Still despite these stumbles, Clinton was clearly the favorite to win against a bizarre and erratic candidate with a scandal of the week, a vicious temperament, and a sexist potty mouth.  He repelled many traditional Republicans along with everybody else.  I believe that the polling showing a steady lead for Clinton was entirely accurate up to the last week or so.  She managed to survive innumerable slurs and faux scandals fostered by the false equivalency of the media which seemed to demand tit-for-tat to every revelation of another Trump abomination.  Virtually everyone thought that all of that had been taken into consideration and the sides at settled into a fixed gap.

Clinton--Confident and coasting.....

But that changed rapidly in the last week and a half or so.  This is what I think happened:
  1. The unexpected discovery of totally irrelevant e-mails of Clinton aide Huma Abedin—a Muslim—on the laptop of her estranged husband, former Congressman Anthony Weiner of dick selfie fame, in an investigation of his further transgressions.  In a letter to Republican leaders in Congress FBI Director James Comey said investigators would determine whether the emails contained classified information.  This was falsely reported as reopening the closed investigation of Clinton’s use of private e-mail servers as Secretary of State.  Previously the FBI had announced that no charges would be brought against her for that, but that she had acted somewhat recklessly.  Within hours rumors were circulated and given credence that the Abedin/Weiner e-mails, which had not yet even been examined, contained evidence that would get Clinton indicted and sent to prison on some unspecified charge.  The Clinton campaign loudly called foul and charged Director Comey, a Republican Obama appointee, with meddling in the election.  The flurry of headlines and breathless media speculation reminded many traditional Republicans who were repulsed by Trump that they hated Clinton more.  Instead of leaving the Presidential line blank, voting for Libertarian Gary Johnson, or even holding their noses and voting for Clinton, many made a last minute decision to come home a vote Republican from the top of the ticket down.  On Sunday, two days before the election Comey quietly released a new letter to Congress saying that the e-mails had been examined and that they did not affect the Bureau’s previous conclusion.  In other words the whole fracas was a meaningless diversion.  But the damage was done.
  2. A week out from the Election a lot of Republicans looked around and were convinced that Trump was going down in flames.  That meant Hillary Clinton would fill the currently vacant seat—assuming Congress didn’t cave and finally seat Obama’s moderate nominee Merrick Garland and one, possibly two more in her first term.  That sent shivers of revulsion down many social conservative spines, and abject terror in those who feared a reversal the Citizen United Version allowing for virtually unlimited spending by PACs under the guise of free speech and possible enforcement of sanctions for the voter suppression schemes the Republicans rely on to try and stave off the inevitable wave of minority voters becoming majority voters.  Senator John McCain, held up by some as a sane Republican and a target of Trump scorn, floated a pledge, “I promise you that we will be united against any Supreme Court nominee that ... that the next president [Clinton] should get to fill the Supreme Court’s open seat.”  By bringing the Court back into the discussion, more wavering Republicans were rallied.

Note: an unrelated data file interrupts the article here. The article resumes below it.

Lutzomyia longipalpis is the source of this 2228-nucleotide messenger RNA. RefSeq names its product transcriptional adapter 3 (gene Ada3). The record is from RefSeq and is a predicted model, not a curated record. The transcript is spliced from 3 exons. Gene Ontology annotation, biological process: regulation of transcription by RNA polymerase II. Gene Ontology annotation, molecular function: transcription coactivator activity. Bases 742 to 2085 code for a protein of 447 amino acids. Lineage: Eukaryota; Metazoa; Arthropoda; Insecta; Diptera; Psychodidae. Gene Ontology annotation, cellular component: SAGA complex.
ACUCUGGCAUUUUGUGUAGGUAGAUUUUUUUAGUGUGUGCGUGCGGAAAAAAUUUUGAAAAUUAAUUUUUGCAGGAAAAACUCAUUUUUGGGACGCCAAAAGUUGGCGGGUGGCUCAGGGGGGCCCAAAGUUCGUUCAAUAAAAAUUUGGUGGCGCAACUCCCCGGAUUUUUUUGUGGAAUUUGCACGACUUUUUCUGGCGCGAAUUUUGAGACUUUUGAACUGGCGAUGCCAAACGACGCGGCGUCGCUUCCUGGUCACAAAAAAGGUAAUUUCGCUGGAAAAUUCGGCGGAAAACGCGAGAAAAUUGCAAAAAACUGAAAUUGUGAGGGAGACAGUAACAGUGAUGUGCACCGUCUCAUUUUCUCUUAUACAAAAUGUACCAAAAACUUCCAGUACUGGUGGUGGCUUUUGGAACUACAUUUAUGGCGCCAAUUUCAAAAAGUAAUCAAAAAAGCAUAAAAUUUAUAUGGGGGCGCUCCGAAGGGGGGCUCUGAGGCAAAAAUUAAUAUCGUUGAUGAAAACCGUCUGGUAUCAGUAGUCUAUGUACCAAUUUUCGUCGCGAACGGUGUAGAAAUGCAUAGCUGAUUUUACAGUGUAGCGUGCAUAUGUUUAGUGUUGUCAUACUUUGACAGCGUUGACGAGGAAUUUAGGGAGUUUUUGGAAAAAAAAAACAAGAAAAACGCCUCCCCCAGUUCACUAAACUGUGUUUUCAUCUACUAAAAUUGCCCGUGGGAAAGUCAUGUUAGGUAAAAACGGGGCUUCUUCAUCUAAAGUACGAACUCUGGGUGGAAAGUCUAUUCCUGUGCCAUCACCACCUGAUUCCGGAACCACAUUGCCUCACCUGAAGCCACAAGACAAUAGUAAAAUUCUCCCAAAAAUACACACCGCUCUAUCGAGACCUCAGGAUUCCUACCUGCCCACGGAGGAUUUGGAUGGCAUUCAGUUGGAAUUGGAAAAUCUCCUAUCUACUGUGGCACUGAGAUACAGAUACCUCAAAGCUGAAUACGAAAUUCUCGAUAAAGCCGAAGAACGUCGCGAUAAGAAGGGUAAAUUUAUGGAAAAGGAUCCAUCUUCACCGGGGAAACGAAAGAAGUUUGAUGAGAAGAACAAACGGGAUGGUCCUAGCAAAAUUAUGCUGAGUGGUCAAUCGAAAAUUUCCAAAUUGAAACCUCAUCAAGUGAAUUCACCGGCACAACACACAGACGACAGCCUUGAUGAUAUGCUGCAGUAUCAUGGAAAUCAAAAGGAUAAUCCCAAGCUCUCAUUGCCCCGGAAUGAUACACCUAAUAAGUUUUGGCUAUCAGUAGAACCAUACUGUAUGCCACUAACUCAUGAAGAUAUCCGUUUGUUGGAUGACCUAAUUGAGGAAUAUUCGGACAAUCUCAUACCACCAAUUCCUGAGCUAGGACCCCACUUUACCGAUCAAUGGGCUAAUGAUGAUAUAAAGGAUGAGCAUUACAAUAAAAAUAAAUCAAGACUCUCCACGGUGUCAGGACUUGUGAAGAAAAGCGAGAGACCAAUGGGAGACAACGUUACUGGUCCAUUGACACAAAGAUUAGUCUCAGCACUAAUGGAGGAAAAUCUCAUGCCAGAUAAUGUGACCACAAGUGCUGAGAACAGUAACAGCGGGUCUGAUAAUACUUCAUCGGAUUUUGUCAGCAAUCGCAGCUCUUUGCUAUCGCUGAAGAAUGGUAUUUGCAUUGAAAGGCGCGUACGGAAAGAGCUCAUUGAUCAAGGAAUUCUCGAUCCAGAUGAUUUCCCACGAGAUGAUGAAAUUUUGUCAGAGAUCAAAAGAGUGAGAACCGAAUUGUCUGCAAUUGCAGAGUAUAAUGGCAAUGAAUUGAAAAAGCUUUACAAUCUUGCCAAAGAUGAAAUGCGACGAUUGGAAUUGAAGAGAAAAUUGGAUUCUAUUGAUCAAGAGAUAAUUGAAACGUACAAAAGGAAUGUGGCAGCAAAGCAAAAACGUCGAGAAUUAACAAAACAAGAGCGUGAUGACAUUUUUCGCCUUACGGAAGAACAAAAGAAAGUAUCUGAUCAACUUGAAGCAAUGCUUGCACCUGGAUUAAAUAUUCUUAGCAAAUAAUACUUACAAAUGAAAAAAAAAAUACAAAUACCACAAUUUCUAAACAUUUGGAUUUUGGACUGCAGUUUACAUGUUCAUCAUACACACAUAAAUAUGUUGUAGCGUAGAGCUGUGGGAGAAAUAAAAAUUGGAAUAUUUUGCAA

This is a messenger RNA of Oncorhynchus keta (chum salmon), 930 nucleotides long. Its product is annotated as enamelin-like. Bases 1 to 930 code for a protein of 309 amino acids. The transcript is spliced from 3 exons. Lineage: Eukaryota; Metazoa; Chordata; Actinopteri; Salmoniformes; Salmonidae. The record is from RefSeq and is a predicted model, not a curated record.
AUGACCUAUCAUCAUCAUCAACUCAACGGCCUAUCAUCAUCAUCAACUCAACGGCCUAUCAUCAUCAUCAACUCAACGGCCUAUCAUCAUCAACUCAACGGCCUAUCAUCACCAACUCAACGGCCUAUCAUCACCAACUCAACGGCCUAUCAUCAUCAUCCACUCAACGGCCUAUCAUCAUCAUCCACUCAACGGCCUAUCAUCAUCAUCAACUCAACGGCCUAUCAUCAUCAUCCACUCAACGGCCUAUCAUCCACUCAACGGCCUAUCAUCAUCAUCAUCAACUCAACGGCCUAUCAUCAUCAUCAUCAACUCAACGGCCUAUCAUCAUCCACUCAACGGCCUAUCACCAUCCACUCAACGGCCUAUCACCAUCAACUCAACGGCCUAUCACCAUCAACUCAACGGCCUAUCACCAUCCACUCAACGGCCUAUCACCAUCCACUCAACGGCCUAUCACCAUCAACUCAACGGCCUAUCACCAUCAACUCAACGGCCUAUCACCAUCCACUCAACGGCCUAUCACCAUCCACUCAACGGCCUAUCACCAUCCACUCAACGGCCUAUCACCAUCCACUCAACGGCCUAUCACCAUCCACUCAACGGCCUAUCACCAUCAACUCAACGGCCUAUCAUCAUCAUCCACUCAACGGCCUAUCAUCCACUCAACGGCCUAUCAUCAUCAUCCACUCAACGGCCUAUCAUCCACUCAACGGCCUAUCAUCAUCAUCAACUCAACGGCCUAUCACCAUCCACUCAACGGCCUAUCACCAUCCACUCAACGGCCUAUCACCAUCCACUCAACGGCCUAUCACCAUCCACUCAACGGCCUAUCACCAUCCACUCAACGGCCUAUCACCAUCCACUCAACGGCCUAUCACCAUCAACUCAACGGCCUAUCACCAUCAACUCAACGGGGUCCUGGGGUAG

3. But the number one cause that moved many wavering working class voters who were not necessarily bound hand and foot to the Republicans has been overlooked by most commentators.  Despite numerous attempts to repeal the Affordable Care Act—Obama Care—the program allowed millions of Americans to get medical insurance coverage.  While far from perfect and somewhat buggy, the program was generally popular.  With medical coverage more Americans were seeking the routine health care that helps prevent far more expensive treatments later.  Untold numbers of American families were saved from bankruptcy when faced with a medical emergency, and lives were literally saved by access to health care.  The Republican drum beat for repeal was falling on increasingly deaf ears.  In fact the relative success of the program was a major reason that Obama’s personal popularity was surging in opinion polls.  Then two weeks before the election the Department of Health and Human Services announced that some insurers are dropping out of state pools and that premiums for 2017 would jump sharply.  In the 39 states using the platform, the median second-lowest cost silver plan, which sets the benchmark for premium tax credits, will increase 16%, while the average increase looking only at states on the federal exchange is 25%.  Projected average premiums will rise to $5,586, still below the cost of comparable private insurance but a huge ding to many tight family budgets.  Press reports presented eye popping numbers for month increases and largely failed to note that for most lower income customers, Federal subsidies would cover all or most of the increase.  The big hikes were a result of too many young health adults still refusing to enroll despite tax penalties for failing to do so.  Their premiums were meant to offset the high cost of older and sicker clients.  It was perhaps the inevitable result of the mixed system relying on insurance companies to provide coverage, over a bolder and simple single payer plan.  But Obama and Congressional Democrats settled for the mixed system for political expedience.  After all, half a loaf was better than none.  Those big increases were not just a theoretical burden.  They sent wavering consumers rushing into the waiting arms of the Republicans.  As a result Obama care is probably doomed and millions of Americans will lose their health care coverage.
Of course there was a lot of other stuff going on, not the least of which was the exposed depth of long smoldering racism, xenophobia, and misogyny lurking in wide swaths of White America, particularly mature and older men who feel their rightful heritage is being stripped away from them.
To save this nation from a grim fate we must find ways to reach out to and reassure these folks that the future—a multi-racial and ethnic future—is not their mortal enemy.  Tough job, but somebody’s got to do it.